The Cubs have been in the business of signing hard-throwing, left-handed pitchers the last couple years and they got another one on Tuesday.

Cubs Sign D.J. Snelton

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D.J. Snelten announced via Twitter that he signed with the Cubs, a year after he was playing for the Chicago Dogs of the American Association independent baseball league.

Snelten’s early career

The Lindenhurst, Ill. native was drafted by the Padres in the 30th round of the 2010 MLB Draft, however Snelten decided not to sign and continued his baseball career at the University of Minnesota. In 2013, the Giants picked the left-hander in the ninth round of the draft and signed him to his first professional contract. 

Snelten put up good numbers in the minors, posting a 3.31 ERA in 410.1 innings, mainly working as a reliever. He only had a brief time in the majors, appearing in four games with the Giants in 2018, before he was sent back down to the minors and then DFA’d later that season.

The Orioles picked him up in June 2018, but was ultimately released before Opening Day 2019. At this point, Snelten was at a crossroads in his career and opted to go close to home and pitch in independent ball with the Chicago Dogs. And believe it or not, it’s during this time that Snelten began to reinvent himself, but it took some social media magic to make it happen.

Snelten goes from low 90s to 100mph

Yes, Twitter can be the absolute worst thing on Earth, but for pitchers trying to get another chance at the pro level it’s been the best thing on social media. For Snelten, Twitter is where he not only got the exposure that eventually landed him a deal with the Tampa Bay Rays last offseason, but it’s where he was able to reach out to the coach that has changed his career.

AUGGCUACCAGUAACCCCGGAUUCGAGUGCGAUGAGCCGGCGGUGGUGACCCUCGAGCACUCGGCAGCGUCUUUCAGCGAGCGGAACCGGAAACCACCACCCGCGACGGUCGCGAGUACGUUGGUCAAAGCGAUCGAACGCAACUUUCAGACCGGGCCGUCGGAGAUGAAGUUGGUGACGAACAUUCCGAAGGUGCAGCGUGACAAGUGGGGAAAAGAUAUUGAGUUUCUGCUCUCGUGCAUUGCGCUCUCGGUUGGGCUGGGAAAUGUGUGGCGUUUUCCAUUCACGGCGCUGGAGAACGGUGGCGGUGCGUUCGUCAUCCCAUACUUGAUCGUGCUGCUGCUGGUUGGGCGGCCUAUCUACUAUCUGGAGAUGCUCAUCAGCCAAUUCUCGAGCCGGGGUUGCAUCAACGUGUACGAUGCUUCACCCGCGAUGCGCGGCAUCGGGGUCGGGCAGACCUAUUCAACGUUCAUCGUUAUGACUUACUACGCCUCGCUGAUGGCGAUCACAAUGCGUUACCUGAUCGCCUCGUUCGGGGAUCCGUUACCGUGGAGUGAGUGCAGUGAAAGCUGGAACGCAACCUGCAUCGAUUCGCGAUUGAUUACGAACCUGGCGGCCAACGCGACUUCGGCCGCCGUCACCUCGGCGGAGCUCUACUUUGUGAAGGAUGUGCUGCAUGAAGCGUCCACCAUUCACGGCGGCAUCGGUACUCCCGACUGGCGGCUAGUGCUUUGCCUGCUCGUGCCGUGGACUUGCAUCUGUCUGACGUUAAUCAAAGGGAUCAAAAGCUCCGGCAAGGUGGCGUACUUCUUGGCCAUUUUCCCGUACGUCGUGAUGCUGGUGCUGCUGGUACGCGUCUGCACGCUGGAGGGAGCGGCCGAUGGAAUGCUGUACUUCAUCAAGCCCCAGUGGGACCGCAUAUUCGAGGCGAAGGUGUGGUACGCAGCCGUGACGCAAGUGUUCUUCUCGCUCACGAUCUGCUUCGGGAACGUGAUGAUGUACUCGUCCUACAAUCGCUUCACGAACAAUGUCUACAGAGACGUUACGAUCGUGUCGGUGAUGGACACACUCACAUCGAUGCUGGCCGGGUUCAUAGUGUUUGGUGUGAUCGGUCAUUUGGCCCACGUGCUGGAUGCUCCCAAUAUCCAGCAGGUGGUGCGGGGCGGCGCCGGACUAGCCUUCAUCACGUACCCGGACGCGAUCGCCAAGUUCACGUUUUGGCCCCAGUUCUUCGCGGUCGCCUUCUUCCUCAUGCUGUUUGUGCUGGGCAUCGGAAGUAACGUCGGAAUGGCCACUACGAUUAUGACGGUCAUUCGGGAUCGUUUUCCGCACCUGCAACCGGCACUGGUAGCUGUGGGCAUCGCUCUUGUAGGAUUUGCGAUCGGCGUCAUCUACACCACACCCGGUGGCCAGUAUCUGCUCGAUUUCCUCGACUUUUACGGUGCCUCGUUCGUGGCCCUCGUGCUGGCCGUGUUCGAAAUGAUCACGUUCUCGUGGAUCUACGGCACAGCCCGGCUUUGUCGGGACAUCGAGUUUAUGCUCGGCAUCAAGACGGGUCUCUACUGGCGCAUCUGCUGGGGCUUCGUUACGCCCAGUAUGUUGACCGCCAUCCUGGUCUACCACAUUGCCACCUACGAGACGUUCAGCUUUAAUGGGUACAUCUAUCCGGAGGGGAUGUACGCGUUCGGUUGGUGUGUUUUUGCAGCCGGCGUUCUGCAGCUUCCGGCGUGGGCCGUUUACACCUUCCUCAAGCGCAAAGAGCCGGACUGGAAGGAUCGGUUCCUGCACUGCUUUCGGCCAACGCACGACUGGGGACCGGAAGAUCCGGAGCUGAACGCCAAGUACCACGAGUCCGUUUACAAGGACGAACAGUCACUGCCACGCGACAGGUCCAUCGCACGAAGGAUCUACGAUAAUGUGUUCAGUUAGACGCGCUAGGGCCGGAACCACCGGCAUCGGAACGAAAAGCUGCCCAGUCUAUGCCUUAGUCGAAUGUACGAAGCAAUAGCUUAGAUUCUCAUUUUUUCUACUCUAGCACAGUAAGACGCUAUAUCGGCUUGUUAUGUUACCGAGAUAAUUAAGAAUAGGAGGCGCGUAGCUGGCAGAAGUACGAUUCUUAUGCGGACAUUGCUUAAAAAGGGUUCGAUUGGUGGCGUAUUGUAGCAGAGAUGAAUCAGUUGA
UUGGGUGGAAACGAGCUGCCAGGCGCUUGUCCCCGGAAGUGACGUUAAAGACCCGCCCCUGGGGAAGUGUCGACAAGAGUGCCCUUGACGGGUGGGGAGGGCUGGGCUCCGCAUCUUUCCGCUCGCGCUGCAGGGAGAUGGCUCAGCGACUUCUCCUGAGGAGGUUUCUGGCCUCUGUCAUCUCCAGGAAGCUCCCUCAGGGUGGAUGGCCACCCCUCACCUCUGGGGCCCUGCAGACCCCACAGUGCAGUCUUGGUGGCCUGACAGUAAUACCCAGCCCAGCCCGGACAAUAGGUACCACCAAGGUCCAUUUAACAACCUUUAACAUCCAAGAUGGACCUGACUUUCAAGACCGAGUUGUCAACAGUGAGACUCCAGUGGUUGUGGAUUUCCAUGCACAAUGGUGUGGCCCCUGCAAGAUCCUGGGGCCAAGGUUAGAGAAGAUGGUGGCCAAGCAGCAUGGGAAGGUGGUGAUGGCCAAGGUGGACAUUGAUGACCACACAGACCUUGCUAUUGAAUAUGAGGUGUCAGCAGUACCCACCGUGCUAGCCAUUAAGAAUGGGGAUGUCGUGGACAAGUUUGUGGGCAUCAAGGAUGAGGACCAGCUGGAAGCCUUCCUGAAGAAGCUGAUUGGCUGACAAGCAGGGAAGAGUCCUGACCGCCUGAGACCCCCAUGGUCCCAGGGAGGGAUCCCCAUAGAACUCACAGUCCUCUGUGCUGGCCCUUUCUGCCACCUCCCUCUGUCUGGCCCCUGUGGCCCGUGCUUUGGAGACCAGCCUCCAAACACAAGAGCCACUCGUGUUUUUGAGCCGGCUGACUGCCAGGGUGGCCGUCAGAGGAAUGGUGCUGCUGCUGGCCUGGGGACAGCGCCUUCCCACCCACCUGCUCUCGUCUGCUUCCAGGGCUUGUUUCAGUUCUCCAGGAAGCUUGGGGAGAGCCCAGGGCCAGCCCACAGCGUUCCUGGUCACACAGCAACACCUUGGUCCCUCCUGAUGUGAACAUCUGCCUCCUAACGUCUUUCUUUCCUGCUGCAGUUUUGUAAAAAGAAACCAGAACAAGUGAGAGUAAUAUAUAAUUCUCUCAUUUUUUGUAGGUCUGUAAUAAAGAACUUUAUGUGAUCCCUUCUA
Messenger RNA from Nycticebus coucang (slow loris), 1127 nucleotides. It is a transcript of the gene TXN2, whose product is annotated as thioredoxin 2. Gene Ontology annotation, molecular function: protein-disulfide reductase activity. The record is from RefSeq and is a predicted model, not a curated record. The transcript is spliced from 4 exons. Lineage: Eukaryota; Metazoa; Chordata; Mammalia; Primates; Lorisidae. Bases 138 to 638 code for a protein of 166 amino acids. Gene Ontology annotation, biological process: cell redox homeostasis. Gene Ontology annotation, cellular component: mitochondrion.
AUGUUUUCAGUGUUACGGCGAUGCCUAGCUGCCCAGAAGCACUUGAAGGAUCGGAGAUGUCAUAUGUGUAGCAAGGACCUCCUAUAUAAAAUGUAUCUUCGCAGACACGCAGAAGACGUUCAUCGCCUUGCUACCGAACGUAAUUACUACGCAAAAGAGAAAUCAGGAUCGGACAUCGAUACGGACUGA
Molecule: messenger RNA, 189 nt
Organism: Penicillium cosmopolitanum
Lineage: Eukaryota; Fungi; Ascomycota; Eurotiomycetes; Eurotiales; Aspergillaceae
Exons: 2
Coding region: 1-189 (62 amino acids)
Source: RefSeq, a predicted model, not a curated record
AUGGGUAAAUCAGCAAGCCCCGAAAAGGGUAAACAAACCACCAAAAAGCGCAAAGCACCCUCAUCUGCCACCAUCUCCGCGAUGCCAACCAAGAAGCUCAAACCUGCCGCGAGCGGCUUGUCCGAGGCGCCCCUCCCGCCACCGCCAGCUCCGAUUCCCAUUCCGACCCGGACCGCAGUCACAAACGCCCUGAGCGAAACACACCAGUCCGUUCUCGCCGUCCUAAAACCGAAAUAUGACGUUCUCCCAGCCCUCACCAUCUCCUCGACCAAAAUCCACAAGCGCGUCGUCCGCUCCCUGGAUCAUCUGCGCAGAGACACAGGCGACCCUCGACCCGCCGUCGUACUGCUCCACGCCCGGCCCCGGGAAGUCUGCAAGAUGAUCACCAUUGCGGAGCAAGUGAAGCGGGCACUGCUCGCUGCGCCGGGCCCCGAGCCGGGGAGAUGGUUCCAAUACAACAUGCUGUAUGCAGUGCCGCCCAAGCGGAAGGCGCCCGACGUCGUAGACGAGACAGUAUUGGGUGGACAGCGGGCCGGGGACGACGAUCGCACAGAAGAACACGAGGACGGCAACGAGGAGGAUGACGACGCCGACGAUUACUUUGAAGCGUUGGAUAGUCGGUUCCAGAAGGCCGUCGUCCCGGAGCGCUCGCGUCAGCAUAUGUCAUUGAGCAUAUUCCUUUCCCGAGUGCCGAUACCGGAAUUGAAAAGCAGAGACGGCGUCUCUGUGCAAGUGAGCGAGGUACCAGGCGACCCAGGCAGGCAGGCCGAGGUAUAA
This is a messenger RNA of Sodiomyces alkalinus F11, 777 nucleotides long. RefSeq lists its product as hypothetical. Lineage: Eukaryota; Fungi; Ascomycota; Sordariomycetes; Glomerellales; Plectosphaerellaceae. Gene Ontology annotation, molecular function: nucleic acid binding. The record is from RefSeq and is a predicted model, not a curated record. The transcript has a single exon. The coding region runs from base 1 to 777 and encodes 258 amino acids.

Via the Tampa Bay Times.

First, Snelten reached out via direct message to Nick Sanzeri, a college coach, instructor, advisor and consultant he had seen on Twitter helping pitchers at all levels.

Snelten sent Sanzeri videos, asking for evaluation, specifically if he was using his legs enough. Sanzeri replied that he clearly wasn’t, that if he did he could add 5-6 mph to his fastball, and offered some advice, such as the positioning of his hips.

“I was like, if there if there’s even a one percent chance that’s true, that’s the difference between being out the door and having all the opportunities presented in front of you,’’ Snelten said.

Snelton went from touching 93mph up to 96mph after his second bullpen following instruction from Nick Sanzeri.

The Rays took notice and signed him a month later. Unfortunately, because of the COVID-19 pandemic and minor league baseball getting canceled in 2020, Snelten wasn’t able to show off his new fastball and good changeup against other opponents. However, Snelten was at Tampa’s alternate training site during the 2020 season and you can’t really ask for a better organization to be a part of to help with your development as a pitcher.

After the World Series was over Snelten became a free agent, but that didn’t mean it was time to relax. He’s now up to 100mph and he got even more exposure from the Pithing Ninja on Twitter.

A little more than a week later, Snelten signed with his childhood team, a dream come true for the 28-year-old who now has a new outlook on his career.